My blogging enterprise has been woefully absent…so let me try to explain: I moved to Manhattan in July to start a master’s program in business at NYU. It has been an amazing (albeit intense) journey, and the pace has redefined what I once considered “productive”. In the thick of this academic hurricane, I had to hit the pause button on a few beloved distractions…and my blog was an unfortunate casualty. This isn’t to suggest that I’ve tossed my favorite pastime of cooking altogether – trust me, I would be rendered insane if the refuge of a great homemade meal were taken away from me. After seeing countless ads on the MTA for culinary resolutions and eating more indulgent food than I care to admit, I felt the New Year was the perfect time to revive Classical Kitchen. Though this blog will always call Boston home, I plan to take advantage of every opportunity this city has to offer…with the understanding that tiny apartments sabotage most lighting opportunities for photography. So I’ll stop rambling; instead, let’s get cooking and talk about these Quinoa Pancakes with Honey and Strawberries.
My boyfriend Tom and I happened upon this recipe in early 2015 – we had a lot of leftover quinoa (I thought the measured amount would make half of what it did…long story) and wanted a unique recipe that called for pre-cooked quinoa. Quinoa is pretty great, in my book. Here’s a fun fact – thanks to the explosion of ancient grains and gluten free options, The United Nations’ Food and Agricultural Organizatiom (FAO) claimed that 2013 was the “International Year of the Quinoa.” The grain has been a staple of the Andean diet since as early 1200 AD. It is both an adaptable and durable grain, making it an ideal mainstay for centuries. As far as production goes, Peru is the world’s largest producer, reporting a harvest of over 250 billion pounds in 2014.
Toppings are what make pancakes one of America’s favorite breakfast foods. Tom and I like honey, since it’s useful in much of what we eat and drink. I bought a local honey for this (the pretty jar was the hook) and fresh strawberries. While these were our toppings, you can try out a variety of things – blueberries and yogurt, pecans and agave, bananas and nutella, or even a savory spin with avocados and sour cream. The pancakes themselves have no sugar, making them the perfect palate for any creative garnish.
These pancakes are, admittedly, very different from the buttermilk variety at your local diner. Not only are they full of protein and fiber, but the texture and size share a closer affinity with patties than with their namesake. The trick to getting these pancakes “perfect” is to ensure that the mixture has enough moisture to bind everything together, while also keeping the cakes small enough (while cooking) so they maintain their shape. The recipe will explain this more thoroughly, but be prepared to have one or two crumble mid-flip (but trust me, they will still be tasty!) Click HERE to see the recipe for this unique spin on a breakfast icon.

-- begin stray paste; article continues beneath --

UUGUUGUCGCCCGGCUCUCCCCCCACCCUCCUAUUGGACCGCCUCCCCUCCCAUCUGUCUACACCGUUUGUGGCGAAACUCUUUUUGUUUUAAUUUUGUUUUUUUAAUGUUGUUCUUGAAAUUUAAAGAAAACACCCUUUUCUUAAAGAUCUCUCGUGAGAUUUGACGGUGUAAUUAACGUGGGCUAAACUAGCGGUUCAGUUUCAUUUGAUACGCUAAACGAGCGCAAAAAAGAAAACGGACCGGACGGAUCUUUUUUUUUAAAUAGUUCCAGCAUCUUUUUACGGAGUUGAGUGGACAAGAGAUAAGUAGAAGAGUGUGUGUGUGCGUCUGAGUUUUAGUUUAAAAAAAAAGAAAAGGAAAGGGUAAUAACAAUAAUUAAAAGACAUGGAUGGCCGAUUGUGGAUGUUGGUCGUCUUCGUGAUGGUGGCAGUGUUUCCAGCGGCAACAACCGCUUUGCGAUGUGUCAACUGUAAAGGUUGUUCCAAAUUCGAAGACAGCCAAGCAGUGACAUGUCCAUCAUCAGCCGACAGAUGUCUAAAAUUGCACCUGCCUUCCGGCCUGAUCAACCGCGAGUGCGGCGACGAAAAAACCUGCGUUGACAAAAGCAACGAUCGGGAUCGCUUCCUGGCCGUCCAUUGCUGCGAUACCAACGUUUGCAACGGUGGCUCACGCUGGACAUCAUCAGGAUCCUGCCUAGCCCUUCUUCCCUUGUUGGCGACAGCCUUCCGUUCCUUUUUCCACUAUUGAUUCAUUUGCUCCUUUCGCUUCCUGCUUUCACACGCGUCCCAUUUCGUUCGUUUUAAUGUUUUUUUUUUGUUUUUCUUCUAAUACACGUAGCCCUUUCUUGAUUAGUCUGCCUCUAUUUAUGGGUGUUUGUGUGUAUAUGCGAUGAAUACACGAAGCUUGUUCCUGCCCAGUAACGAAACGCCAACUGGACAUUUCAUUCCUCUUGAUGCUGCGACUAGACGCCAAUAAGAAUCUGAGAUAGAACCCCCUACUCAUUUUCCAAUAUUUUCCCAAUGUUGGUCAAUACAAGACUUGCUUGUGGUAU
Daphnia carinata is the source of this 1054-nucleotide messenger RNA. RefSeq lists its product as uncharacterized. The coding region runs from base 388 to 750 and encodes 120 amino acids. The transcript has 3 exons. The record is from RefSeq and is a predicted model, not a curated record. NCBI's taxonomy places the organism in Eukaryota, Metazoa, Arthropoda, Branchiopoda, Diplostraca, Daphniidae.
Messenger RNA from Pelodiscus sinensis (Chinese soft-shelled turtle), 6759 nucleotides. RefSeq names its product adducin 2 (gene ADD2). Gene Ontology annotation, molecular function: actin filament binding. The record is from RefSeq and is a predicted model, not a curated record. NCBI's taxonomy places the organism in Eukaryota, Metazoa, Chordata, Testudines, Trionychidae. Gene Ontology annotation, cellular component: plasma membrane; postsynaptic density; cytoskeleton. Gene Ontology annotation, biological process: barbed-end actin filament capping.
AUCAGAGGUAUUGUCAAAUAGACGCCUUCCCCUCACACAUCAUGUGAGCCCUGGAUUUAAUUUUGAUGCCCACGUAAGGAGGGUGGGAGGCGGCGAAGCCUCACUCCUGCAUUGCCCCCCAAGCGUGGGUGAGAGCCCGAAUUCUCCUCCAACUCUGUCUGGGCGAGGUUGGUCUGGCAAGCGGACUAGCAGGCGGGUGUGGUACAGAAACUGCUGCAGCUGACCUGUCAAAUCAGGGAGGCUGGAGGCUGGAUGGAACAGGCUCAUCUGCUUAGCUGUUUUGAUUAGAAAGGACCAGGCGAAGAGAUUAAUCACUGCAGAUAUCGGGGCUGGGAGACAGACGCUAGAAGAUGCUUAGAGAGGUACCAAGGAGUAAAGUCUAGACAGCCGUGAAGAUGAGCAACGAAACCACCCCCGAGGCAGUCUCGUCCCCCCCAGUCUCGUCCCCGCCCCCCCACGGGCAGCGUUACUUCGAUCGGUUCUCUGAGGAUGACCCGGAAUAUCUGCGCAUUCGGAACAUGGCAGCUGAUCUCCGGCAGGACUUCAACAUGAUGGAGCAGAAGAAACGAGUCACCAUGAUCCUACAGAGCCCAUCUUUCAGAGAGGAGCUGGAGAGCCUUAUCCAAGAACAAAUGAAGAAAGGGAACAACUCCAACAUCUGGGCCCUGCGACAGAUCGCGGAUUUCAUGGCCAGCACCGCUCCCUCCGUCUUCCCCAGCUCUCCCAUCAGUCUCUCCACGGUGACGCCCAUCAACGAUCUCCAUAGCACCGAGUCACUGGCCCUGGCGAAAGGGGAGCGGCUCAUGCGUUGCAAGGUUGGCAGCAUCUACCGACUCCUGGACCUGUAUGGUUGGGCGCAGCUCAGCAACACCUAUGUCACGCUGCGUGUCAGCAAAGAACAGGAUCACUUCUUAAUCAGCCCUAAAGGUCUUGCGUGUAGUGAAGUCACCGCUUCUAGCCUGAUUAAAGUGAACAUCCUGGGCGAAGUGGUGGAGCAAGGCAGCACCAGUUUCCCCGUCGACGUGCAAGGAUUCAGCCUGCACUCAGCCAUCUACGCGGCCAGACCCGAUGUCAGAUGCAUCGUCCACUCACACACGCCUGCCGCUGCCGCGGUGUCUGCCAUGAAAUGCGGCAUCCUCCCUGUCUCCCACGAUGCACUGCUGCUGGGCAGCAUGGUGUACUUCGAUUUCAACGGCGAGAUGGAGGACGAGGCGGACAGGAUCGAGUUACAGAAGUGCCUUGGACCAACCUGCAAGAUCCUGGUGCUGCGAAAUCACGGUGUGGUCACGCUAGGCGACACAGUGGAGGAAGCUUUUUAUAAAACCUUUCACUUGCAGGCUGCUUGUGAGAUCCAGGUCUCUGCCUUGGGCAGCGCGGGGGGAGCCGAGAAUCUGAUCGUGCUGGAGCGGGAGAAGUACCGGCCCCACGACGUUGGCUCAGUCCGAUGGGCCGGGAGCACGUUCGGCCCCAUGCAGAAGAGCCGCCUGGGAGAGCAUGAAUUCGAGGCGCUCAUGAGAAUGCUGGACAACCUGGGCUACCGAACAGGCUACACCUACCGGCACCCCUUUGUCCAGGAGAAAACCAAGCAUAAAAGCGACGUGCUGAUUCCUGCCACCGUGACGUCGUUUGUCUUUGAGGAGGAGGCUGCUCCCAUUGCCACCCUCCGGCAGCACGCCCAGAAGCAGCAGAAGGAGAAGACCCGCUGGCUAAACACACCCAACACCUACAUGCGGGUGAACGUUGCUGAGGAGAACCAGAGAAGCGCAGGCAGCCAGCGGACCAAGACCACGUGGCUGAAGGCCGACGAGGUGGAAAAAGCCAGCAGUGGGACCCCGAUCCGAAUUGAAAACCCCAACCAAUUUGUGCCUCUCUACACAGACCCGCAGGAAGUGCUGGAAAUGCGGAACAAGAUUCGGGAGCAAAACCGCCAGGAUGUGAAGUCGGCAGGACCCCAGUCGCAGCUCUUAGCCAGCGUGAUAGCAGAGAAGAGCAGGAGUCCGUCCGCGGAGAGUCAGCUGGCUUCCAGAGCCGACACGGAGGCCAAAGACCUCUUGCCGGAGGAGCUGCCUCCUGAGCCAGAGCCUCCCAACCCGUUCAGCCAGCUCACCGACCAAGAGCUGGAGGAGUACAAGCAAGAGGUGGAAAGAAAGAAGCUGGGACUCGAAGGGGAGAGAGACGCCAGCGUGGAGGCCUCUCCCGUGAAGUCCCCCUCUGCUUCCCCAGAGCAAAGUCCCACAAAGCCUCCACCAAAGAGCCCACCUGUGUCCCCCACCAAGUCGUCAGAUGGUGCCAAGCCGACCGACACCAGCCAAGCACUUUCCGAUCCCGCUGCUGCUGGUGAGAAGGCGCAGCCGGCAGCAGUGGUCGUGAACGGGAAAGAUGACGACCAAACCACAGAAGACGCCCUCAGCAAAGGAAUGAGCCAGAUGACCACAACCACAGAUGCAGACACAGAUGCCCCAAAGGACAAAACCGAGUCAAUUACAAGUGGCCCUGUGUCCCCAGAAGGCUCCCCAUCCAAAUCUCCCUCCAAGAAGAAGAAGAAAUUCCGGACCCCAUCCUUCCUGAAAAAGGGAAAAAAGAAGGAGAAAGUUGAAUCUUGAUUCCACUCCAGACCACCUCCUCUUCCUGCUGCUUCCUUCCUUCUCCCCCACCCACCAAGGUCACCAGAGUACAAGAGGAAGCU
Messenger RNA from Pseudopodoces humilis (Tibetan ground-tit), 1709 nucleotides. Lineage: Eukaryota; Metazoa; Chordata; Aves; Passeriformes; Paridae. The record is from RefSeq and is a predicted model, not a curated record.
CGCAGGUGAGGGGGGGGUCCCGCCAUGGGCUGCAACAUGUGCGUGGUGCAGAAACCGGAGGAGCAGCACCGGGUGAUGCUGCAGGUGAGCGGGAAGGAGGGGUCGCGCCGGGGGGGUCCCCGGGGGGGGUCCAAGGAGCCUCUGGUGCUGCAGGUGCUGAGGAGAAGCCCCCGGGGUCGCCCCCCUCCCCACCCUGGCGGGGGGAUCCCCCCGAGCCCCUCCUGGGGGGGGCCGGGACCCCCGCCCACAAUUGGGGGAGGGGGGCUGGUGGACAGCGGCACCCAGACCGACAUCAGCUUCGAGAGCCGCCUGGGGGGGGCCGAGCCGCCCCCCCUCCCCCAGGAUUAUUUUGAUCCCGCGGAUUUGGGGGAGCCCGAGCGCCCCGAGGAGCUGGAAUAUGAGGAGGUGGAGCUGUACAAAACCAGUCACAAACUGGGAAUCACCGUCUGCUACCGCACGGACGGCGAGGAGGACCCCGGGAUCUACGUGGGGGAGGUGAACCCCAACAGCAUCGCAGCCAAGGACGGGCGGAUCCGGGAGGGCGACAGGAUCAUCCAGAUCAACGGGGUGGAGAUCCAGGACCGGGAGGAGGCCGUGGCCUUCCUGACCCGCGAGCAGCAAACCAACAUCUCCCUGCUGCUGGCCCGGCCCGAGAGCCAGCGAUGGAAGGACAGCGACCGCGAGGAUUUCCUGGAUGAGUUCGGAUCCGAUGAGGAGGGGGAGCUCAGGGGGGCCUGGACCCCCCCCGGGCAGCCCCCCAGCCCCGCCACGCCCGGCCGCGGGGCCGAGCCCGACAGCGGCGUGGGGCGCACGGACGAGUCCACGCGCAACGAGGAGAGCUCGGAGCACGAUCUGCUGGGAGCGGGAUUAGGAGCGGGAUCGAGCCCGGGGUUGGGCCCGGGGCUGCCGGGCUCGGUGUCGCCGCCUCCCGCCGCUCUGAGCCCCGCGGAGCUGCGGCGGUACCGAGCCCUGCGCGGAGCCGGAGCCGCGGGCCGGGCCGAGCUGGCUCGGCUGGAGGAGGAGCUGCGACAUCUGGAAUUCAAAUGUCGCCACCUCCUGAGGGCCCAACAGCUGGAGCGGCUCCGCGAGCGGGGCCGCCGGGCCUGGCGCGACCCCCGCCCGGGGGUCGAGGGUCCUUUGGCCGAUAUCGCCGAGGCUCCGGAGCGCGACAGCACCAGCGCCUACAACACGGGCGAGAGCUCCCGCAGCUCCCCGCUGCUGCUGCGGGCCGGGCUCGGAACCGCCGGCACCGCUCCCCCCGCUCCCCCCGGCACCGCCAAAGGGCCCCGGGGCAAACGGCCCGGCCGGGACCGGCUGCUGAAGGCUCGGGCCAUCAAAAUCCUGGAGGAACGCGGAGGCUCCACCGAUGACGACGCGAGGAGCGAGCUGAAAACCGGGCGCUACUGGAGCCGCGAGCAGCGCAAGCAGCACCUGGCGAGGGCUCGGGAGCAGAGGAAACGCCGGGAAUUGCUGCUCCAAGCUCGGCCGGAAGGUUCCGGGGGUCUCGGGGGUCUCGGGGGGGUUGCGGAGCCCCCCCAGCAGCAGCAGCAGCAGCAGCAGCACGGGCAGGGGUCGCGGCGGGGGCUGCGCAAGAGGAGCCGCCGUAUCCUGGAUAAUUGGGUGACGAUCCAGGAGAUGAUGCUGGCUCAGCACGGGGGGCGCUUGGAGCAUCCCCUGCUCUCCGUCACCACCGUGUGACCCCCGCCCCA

While considering a musical pairing for this recipe, I knew an homage to New York was in order – which led me to one of my favorite American composers, Charles Ives, and his orchestral work Central Park in the Dark. Written in 1906, this turn-of-the-century piece beautifully illustrates a rare perspective of New York: a walk through Central Park at night. Ives himself wrote about the piece:
“This piece purports to be a picture-in-sounds of the sounds of nature and of happenings that men would hear some thirty or so years ago (before the combustion engine and radio monopolized the earth and air), when sitting on a bench in Central Park on a hot summer night.”
The strings represent the night, their ethereal darkness constant and gliding amidst the walk of our protagonist. The clarinet ushers in a scene of evening revelry, followed by the winds, brass and eventually full orchestra, as our protagonist passes a late-night casino. The moment is a passing one, as the omnipresent darkness returns and our protagonist tugs his cloak tighter about his shoulders as he continues home. Despite this work being written over a century ago, one can easily imagine its setting in present day: with similar vignettes of quiet and chaos enveloping our daily walks within this massive, beautiful city. I’ve learned a lot since moving to New York, but perhaps the most pressing lesson has been that this city is not lush with work insanity or impersonality – it is a living, breathing thing filled with opportunity and amazing people who want to make a difference. I’m beyond excited to now be a part of that story. Check out Ives’ work in the video below: